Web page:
The ending itself was also a little bit disappointing as it didn’t really close any of the open plot points. I understand it is a series but the new twist revealed at the end would have been enough of a cliff-hanger to keep people wanting to read more. Instead I am a bit annoyed that there are new plot lines being brought into the story even when we still have plenty of others ones left open.

Overall, despite my minor issues, this was still an enjoyable and entertaining Star Trek novel. From my point of view, I enjoyed learning more about Number One although I do understand that for some fans the side-lining of Kirk et al won’t be popular. The lack of closure evident at the ending was irritating but the additional twist revealed has nicely set up the next novel in the series “Best Defense”.

Monday, 1 August 2016

The Stainless Steel Rat Wants You! (The Stainless Steel Rat Book 4) - Harry Harrison



Title: The Stainless Steel Rat Wants You! (The Stainless Steel Rat Book 4)
Author: Harry Harrison
Genre: Science-Fiction
Published: 1978
Formats: Hardback/Paperback/Ebook

Available at:
Amazon
Amazon UK

Review:
“The Stainless Steel Rat Wants You!” is the fourth instalment in Harry Harrison’s amusing and at times quite ridiculous science-fiction series entitled “The Stainless Steel Rat”. If you have read any of the other novels in the series, then you will know the drill by now. Slippery Jim DiGriz is a con artist who’s been forced to work undercover for the Special Corps, an intergalactic investigating agency. When his wife is kidnapped by the revenue service, Slippery Jim picks up his two teenage sons from their military boarding school (and penitentiary) to free their mother and wreak havoc on the tax bureau. As is often the case with his adventures, this escapade leads to Jim finding himself commandeered to save humanity from galaxy-wide destruction.

Up until this point, Harrison’s series has been devoid of aliens which is remedied in this novel. And by remedied, I mean he overwhelms the Universe with an invasion of countless different slimy, tentacled creatures, all improbably banded together against us, united in their hatred and disgust for just how ugly we look. Honestly, I think he tried to cover every B-movie alien he could; he really did make up for his previously human centric Universe!

In regards to the writing itself, well it is fast paced and full of many witty and humourous moments, just like the other novels in the series. At times it did feel a little bit like Harrison was running out of new ideas however as the basic frame work of the plot is very similar to the other novels. And don’t get me started on the use of time travel again; I seriously think this gimmick is getting overused. The resolution’s also a little convenient, but it is in keeping with the tone of the novel so it didn’t bother me that much.

Don’t get me wrong, it is still an enjoyable romp and I probably liked this one more than the previous novel “The Stainless Steel Rat Saves The World”. However, it is just more of the same and there is probably only so many times you can enjoy following these parodies of golden age sci-fi novels before beginning to get a little bored.

Overall, this is another entertaining novel in “The Stainless Steel Rat” series that should appeal to those of you have who have already read the previous novels. Yes, the books are beginning to feel a bit samey but Slippery Jim DiGriz continues to be an enjoyable and engaging character who keeps drawing me back into his world, even if the originality is now slightly lacking.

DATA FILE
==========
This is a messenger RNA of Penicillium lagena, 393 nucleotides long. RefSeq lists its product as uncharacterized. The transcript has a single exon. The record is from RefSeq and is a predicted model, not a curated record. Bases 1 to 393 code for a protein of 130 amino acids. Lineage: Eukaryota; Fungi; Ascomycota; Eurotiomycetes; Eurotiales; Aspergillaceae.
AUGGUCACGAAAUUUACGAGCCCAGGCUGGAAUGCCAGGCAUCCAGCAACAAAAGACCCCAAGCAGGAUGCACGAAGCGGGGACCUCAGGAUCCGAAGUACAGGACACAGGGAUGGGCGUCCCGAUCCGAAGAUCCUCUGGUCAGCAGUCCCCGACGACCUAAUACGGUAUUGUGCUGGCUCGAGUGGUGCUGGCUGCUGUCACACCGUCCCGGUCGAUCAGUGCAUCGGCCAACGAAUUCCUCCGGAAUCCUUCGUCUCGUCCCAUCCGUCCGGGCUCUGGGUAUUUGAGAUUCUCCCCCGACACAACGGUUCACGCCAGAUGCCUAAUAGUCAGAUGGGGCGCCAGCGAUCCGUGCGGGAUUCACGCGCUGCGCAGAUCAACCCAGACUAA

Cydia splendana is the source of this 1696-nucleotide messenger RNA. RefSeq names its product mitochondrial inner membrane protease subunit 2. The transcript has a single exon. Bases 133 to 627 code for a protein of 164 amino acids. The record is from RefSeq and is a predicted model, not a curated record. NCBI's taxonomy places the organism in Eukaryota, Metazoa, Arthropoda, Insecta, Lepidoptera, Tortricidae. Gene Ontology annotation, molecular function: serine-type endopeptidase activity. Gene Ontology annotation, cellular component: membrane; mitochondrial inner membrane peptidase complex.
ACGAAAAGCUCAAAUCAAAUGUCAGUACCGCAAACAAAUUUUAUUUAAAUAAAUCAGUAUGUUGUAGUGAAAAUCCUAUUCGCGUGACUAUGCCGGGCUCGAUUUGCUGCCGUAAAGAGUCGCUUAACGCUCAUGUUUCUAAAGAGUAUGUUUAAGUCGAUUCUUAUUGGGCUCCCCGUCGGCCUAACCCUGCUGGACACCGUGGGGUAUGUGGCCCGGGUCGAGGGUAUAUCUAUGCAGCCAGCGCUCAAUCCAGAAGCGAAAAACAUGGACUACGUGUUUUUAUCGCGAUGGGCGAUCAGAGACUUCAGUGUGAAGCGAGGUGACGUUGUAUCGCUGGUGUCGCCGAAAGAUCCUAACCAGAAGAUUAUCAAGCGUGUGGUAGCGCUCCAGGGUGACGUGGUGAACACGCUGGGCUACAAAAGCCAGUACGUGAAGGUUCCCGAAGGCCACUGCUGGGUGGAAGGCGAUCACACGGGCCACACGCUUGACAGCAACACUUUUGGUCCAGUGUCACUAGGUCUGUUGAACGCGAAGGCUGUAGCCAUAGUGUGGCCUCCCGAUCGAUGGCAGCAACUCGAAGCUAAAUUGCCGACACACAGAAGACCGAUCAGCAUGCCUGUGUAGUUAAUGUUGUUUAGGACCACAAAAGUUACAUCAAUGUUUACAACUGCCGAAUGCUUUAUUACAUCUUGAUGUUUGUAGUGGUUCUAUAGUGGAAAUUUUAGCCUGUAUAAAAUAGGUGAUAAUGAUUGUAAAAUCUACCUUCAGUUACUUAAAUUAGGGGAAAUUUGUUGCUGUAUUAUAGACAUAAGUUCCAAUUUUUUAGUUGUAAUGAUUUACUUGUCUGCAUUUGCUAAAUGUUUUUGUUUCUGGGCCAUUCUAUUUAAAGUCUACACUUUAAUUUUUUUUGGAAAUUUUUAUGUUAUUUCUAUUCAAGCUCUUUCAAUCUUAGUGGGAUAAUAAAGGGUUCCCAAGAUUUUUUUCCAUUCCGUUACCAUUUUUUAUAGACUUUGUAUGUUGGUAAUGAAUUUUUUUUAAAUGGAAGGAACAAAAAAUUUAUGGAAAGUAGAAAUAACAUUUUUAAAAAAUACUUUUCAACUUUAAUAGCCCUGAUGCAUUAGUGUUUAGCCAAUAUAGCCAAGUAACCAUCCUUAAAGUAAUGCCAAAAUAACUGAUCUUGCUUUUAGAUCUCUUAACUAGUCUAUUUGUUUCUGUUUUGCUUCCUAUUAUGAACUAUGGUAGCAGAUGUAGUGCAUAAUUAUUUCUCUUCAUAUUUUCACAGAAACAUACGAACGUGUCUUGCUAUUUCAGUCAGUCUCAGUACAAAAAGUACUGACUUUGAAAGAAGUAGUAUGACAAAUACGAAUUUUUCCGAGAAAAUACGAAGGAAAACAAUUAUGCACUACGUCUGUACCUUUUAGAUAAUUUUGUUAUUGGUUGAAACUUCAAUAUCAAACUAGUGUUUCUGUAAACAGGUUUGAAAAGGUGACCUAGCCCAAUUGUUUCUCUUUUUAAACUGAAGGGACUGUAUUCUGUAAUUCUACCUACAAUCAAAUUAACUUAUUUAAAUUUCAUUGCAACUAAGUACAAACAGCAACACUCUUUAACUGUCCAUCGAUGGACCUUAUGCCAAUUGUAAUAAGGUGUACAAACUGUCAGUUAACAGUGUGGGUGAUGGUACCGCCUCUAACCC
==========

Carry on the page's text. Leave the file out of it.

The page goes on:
Saturday, 2 July 2016

Star Trek: Treaty's Law (Day of Honor Book 4) - Dean Wesley Smith & Kristine Kathryn Rusch



Title: Treaty's Law
Author: Dean Wesley Smith & Kristine Kathryn Rusch
Genre: Science-Fiction
Published: 1997
Formats: Paperback/Ebook

Available at:
Amazon
Amazon UK

Review:
“Treaty’s Law” by Dean Wesley Smith & Kristine Kathryn Rusch is the fourth book in the “Day of Honor” series, a collection of Klingon focussed cross-over Star Trek novels. Whilst it is the fourth book in the series, it is actually the first book chronologically and involves a standalone plot so there was no issue in regards to reading it out of series order.

The story is set during The Original series period on the planet Signi Beta, a planet ideal for farming which both the Klingons and Federation wish to claim. The Klingon’s have a stronger claim but Kirk really doesn’t want to lose it, especially when his old adversary, Commander Kor is involved. However, when the Klingon Colony is attacked by powerful, unknown aliens, it is up to the crew of the Enterprise to work alongside the Klingons in order to survive.

The story was well written and fast paced with a fair amount of action. It reminded me a bit of the usual Kirk centric action plots you would see on the TV series. This feeling I had was enhanced by the characters who are well captured and easily match what we know of them from the TV series. However, the authors also added in a few new characters such as the Klingon Kerdoch. He was a well-rounded character who was used well to add different views into the story without eclipsing the regular characters. In a way he reminded me of the usual “Guest Stars” you would have seen during the TV series, who have prominent roles but are used alongside the regular cast rather than instead of.

One disappointing aspect of the novel is in regards to Kor. He basically spends most of the novel injured and doesn’t really say that much. Therefore there is very little of the enjoyable verbal sparring that you would normally get to see between him and Kirk. It wasn’t a huge issue, but I would have enjoyed seeing a little bit more of him, especially considering he is quite prominent on the cover.

Overall this is an enjoyable original series novel although I don’t think it adds that much to my knowledge of Klingons. Still, if you are interested in Klingons you may as well still pick it up for a read as there are the odd interesting elements present. Like in regards to the non-warrior aspects of Klingon culture.